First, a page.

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Oct 28, 2009

Online Books

Following my previous blog on "We-Think", here's an update of the latest news about books online, featured in The Straits Times, Digital Life Section, Wednesday, October 28, 2009.


"Books held hostage - offline"

Putting books online will save the publishing industry, argues CLIVE THOMPSON.

WHEN McKenzie Wark wrote Gamer Theory - an analysis of why people enjoy playing video games - Harvard University Press published it as a conventional hardcover. However, McKensie also put it online using CommentPress. The free blog theme blew the book open into a series of conversations; every paragraph could spawn its own discussion forum for readers.

Sure enough, hundrecds dove in and, pretty soon, Gamer Theory sparked erudite exchanges on everything from Plato's cave to Schopenhaurer's ideas on boredom.

It felt as much like a rangy, excited Twitter conversation as it did a book. "It was all because we opened it up and gave readers a way to interact with each other," McKenzie says. "It changed the way they read the book."

Books are the last bastion of the old business model - the only major medium that still has not embraced the digital age.

Publishers and author advocates have generally refused to put books online for fear that the content will be Napsterised.

You can understand their terror because the publishing industry is in big financial trouble and rife with layoffs and restructuring. Literary pundits are fretting: Can books survive in this Facebooked, attention deficit disorder, multi-channel universe?

To which I reply: Sure they can - but only if publishers adopt McKenzie's perspective and provide new ways for people to encounter the written word.

We need to stop thinking about the future of publishing and think instead about the future of reading.

Every other form of media that has gone digital has been transformed by its audience.

Whenever a newspaper story, TV clip, blog post or white paper goes online, readers and viewers begin commenting about it on blogs, snipping their favourite sections and passing them along.

The only reason the same thing does not happen to books is that they are locked into ink on paper.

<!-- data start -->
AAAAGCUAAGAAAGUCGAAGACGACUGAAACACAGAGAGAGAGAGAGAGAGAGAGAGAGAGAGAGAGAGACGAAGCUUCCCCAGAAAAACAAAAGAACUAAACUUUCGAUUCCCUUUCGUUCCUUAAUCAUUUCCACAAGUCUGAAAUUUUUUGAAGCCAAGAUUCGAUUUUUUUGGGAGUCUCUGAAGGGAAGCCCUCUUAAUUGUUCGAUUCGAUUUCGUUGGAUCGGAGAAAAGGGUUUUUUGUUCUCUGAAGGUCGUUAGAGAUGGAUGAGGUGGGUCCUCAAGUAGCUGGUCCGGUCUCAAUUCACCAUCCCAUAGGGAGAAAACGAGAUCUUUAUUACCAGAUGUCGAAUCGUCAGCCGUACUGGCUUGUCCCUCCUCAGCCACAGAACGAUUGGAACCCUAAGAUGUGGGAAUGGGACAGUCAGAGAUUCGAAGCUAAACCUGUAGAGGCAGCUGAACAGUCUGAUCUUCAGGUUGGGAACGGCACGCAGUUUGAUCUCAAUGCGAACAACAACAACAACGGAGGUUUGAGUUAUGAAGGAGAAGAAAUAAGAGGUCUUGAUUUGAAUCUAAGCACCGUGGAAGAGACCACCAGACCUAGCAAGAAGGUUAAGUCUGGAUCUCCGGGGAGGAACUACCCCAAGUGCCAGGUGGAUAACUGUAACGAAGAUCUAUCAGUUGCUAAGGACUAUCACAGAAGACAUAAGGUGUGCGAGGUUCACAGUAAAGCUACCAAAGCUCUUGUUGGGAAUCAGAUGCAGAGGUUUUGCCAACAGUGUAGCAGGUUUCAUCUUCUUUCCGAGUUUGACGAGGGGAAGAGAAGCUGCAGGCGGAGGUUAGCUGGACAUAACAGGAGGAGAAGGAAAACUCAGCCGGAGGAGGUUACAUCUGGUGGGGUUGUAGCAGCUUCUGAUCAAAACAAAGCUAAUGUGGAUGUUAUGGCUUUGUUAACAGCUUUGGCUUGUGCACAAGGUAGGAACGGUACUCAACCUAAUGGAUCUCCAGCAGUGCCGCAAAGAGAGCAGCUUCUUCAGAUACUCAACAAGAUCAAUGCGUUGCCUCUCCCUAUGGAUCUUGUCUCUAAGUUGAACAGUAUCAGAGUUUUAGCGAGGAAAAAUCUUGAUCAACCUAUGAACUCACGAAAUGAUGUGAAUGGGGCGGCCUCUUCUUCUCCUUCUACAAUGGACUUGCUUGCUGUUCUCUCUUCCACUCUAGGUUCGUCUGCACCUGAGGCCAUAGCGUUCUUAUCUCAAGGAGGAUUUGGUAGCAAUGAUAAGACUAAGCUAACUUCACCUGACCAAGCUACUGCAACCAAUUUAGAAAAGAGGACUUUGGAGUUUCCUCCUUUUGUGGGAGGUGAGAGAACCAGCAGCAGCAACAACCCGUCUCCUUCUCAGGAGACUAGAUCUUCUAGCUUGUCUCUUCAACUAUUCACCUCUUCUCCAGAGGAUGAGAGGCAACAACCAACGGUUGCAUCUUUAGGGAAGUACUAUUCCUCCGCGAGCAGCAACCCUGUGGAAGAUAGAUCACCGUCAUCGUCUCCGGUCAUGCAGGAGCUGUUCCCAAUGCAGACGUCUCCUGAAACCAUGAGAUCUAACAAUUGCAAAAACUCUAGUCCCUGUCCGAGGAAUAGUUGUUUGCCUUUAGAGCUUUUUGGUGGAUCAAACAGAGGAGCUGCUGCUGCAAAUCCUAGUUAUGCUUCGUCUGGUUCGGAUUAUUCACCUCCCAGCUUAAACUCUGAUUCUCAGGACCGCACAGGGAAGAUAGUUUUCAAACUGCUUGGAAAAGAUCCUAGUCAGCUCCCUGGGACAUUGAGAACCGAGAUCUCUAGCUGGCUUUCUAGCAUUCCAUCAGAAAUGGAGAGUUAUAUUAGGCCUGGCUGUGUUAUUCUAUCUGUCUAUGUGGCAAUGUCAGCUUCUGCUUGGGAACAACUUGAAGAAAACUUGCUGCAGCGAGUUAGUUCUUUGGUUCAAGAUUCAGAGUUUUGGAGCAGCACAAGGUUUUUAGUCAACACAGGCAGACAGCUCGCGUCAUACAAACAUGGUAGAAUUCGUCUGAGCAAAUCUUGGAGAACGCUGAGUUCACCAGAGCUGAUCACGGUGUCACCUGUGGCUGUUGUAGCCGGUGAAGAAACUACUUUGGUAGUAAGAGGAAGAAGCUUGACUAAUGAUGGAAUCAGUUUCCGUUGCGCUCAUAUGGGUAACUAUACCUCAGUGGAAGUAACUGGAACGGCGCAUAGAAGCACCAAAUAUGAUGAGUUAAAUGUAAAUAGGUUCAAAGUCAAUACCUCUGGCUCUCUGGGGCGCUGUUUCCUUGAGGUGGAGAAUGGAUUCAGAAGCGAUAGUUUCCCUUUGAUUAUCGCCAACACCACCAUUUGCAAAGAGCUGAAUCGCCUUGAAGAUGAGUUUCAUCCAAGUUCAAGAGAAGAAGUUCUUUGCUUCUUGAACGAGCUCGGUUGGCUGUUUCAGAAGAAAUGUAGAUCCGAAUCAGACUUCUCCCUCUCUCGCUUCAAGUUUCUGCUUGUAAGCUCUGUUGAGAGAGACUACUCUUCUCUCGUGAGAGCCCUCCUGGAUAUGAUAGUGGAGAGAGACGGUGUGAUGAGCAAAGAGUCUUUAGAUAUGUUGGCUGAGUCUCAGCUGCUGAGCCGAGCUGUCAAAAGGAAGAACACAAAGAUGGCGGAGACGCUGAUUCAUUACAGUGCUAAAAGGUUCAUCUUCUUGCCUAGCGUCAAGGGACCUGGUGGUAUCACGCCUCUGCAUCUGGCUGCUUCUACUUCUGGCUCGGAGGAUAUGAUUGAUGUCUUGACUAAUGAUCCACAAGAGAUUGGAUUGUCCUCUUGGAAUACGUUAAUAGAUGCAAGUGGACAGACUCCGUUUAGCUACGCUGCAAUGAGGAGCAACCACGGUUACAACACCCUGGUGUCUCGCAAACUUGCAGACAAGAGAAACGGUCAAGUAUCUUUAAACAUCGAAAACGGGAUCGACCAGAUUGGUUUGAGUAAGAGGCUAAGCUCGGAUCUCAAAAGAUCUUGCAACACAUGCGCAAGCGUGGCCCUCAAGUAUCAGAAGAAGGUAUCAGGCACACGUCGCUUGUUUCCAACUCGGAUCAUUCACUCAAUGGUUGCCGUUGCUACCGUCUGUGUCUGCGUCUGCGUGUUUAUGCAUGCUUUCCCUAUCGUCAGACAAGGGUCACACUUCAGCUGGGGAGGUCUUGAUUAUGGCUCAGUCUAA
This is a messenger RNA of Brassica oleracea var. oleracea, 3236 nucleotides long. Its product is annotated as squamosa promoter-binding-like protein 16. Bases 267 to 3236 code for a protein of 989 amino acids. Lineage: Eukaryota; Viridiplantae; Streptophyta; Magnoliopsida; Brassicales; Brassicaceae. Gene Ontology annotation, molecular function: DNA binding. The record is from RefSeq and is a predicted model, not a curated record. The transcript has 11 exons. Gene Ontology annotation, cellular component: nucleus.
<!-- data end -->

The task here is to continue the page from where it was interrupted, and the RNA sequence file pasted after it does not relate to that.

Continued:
Release them and you release the crow.

BookGlutton, a site that was launched last year, has put 1,660 books online and created tools that let readers form groups to discuss their favourite titles.

Meanshile, Bob Stein, an e-publishing veteran from the CD-ROM days, put the Doris Lessing book "The Golden Notebook" online with an elegant commenting system and hired seven writers to collaboratively read it.

Neither move should come as a surprise.

Books have a centuries-old tradition of annotation and commentary, ranging from the Talmud and scholarly criticism to book clubs and marginalia.

Bob believes that if books were set free digitally, it could produce a class of "professional readers" - people so insightful that you would pay to download their footnotes.

Worldwide Web of nerds

Sounds unlikely? It already exists in the real world: Microsoft researcher Cathy Marshall has found that university students carefully study used textbooks before buying them because they want to acquire the smartest notes.

The technology is here. Book nerds are now working on XML-like markup languages that would allow for really terrific linking and mashups.

Imagine a world where there is a URL for everyd chapter and paragraph - every sentence, even - in a book.

Readers could point to their favourite sections in a MySpace update or instant message or respond to an argument by copiously linking to the smartest passages in a recent bestseller.

This would massively improve what bibliophiles call book discovery. You are far more likely to hear about a book if a friend has highlighted a couple of brilliant sentences in a Facebook update - and if you hear about it, you are far more likely to buy it in print.

Yes, in print. The few authors who have experimented with giving away digital copies (mostly in sci-fi) have found that they end up selling more copies because their books were discovered by more people.
I am not suggesting that books need always be social. One of the chief pleasures of a book is mental solitude, that deep, quiet focus on an auther's thoughts and your own. That is not going away.

However, books have been held hostage offline for far too long. Taking them digital will unlock their real hidden value: the readers.


Clive Thompson is a contributing writer at The New York Times Magazine




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